Johannesburg — President Jacob Zuma has filed an application for leave to appeal a North Gauteng High Court ruling that Deputy President Cyril Ramaphosa should appoint a National Director of Public Prosecutions (NDPP).
In his notice of appeal, filed in the High Court in Pretoria on Wednesday, Zuma said the court “erred in law in holding to be Constitutionally permissible to have two presidents in the country at the same time and both exercising presidential powers”.
On Friday, the High Court gave Ramaphosa two months to appoint a new head of the National Prosecuting Authority (NPA) after it declared the post vacant.
Judge President Dunstan Mlambo ruled that current NDPP Shaun Abrahams should vacate his seat.
“In our view, President Zuma would clearly be conflicted in having to appoint a NDPP, given the background to which we have referred, particularly the ever-present spectre of the many criminal charges against him that have not gone away,” Mlambo said.
The court declared that, “as long as the incumbent president is in office, the deputy president is responsible for decisions relating to the appointment, suspension or removal of the NDPP”.
But, in his papers, Zuma said: “The court erred in law in holding that the applicant is ‘unable’ to perform his powers as president in relation to the National Director of Public Prosecutions and yet able to perform his other functions as President. A position not authorised by the Constitution.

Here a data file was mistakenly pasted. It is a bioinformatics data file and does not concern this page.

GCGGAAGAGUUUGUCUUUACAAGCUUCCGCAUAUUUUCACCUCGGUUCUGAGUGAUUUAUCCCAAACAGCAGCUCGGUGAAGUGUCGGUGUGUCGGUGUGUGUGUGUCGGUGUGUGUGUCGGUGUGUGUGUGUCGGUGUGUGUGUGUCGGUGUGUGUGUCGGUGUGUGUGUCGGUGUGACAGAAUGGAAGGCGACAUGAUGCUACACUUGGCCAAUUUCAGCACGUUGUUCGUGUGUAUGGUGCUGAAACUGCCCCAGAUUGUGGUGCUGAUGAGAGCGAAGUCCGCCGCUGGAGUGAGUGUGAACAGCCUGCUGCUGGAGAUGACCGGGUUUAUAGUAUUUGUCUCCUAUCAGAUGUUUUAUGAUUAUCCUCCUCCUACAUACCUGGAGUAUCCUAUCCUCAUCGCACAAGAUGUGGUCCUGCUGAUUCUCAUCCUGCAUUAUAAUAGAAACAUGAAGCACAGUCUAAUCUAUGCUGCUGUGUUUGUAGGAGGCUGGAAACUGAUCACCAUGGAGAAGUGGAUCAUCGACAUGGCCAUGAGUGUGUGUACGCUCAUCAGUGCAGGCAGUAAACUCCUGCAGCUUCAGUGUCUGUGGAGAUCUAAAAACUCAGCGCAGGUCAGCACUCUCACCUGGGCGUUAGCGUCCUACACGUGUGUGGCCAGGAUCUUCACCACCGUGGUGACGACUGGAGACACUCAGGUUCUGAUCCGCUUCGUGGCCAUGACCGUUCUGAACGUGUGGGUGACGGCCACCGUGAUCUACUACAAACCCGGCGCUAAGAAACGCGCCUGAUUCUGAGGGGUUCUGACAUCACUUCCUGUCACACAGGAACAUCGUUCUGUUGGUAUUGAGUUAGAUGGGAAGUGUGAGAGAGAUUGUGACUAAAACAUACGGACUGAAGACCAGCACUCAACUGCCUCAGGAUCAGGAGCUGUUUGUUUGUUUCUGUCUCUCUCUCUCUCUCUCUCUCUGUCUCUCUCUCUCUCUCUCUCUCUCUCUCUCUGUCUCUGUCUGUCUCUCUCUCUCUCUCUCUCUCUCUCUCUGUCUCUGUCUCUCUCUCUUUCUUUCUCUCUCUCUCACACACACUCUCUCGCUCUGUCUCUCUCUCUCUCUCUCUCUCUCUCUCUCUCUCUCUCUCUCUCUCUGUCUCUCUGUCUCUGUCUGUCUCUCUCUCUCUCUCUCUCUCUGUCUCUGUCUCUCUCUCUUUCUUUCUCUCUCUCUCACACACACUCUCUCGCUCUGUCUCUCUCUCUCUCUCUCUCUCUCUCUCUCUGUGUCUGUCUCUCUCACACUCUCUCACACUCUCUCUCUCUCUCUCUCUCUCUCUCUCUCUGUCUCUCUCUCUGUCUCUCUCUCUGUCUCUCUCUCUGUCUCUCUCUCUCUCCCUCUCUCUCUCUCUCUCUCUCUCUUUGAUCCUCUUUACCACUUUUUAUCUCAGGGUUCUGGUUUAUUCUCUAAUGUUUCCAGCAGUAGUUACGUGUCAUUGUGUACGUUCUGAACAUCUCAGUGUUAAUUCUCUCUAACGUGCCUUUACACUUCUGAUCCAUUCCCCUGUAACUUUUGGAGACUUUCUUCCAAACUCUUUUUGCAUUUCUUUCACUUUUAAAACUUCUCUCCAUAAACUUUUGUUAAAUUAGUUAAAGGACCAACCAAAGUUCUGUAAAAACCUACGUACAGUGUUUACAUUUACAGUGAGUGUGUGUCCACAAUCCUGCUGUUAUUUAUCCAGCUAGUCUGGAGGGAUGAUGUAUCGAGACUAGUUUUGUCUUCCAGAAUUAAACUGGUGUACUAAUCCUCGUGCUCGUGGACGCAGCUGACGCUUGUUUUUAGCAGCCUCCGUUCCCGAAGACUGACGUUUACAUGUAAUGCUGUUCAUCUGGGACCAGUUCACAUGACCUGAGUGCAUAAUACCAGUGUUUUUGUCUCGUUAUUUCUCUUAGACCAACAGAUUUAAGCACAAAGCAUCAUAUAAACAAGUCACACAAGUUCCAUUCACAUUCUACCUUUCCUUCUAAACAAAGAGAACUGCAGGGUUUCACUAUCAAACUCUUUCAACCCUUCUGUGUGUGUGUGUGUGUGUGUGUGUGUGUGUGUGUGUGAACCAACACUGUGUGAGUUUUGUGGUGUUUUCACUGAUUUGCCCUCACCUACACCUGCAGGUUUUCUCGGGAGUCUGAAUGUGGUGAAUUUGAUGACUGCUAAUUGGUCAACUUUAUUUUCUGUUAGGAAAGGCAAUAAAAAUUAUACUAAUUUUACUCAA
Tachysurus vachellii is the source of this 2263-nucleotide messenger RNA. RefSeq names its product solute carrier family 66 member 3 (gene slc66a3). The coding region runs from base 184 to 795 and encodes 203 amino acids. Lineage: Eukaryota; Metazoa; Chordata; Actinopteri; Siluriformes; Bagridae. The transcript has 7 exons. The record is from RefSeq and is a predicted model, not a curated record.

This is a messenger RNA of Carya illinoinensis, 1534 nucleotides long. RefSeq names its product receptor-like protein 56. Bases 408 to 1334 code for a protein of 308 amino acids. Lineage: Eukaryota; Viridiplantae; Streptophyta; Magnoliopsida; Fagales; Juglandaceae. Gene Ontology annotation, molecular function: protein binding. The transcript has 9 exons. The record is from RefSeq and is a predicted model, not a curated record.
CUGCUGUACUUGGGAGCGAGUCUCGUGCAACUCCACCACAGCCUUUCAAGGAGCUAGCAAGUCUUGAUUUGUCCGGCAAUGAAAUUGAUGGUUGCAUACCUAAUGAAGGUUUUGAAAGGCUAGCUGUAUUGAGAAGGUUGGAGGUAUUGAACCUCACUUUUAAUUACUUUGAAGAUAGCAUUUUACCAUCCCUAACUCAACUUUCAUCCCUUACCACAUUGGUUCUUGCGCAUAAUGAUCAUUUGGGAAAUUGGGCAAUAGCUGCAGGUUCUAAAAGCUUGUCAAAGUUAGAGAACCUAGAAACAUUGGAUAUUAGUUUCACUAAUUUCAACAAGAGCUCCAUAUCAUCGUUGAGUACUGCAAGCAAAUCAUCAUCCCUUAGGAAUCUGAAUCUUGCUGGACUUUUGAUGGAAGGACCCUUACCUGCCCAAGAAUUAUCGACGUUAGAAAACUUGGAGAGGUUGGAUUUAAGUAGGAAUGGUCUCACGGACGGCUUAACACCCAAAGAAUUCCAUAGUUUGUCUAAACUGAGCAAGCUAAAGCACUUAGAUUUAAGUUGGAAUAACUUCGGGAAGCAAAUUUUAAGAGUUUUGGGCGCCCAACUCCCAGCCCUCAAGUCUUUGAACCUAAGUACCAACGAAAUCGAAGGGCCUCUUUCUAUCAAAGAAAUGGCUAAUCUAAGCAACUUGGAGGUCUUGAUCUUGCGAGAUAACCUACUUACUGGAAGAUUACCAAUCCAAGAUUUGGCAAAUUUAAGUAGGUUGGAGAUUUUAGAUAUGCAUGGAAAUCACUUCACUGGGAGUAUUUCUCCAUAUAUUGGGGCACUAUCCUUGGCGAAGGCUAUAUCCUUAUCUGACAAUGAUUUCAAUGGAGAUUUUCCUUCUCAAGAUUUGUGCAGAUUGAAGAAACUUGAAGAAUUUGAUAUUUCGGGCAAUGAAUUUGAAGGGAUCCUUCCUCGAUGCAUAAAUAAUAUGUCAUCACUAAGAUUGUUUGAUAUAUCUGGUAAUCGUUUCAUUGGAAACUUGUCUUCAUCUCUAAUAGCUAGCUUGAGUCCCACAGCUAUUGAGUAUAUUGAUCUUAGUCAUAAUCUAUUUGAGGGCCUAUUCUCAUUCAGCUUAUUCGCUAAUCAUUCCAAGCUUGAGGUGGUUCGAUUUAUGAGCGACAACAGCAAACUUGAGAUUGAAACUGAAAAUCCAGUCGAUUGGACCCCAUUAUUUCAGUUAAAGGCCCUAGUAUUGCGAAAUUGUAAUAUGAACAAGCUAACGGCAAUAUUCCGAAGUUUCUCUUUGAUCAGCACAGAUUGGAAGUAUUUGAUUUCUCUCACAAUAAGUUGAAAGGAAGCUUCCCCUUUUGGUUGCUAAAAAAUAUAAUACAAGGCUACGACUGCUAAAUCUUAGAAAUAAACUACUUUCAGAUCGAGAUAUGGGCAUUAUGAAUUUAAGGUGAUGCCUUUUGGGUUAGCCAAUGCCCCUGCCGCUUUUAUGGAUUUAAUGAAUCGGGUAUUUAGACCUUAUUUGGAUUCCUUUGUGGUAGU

“The court erred in law and the order is not just and equitable within the meaning of s 172(1)(b) of the Constitution in granting the above-mentioned order as against the applicant.”
Freedom Under Law (FUL), Corruption Watch (CW) and the Council for the Advancement of the South African Constitution (Casac) had gone to court seeking an order declaring former NPA head Mxolisi Nxasana’s removal invalid.
Nxasana accepted a golden handshake from Zuma, worth R17.3m, and left the NPA in 2015.
Before that, an inquiry into his fitness to hold office was abruptly halted without explanation.
The organisations wanted his removal set aside and the golden handshake repaid.
During the hearing in November, the court heard that Zuma tried to “bully” Nxasana out of office by using an inquiry into his fitness. — Sapa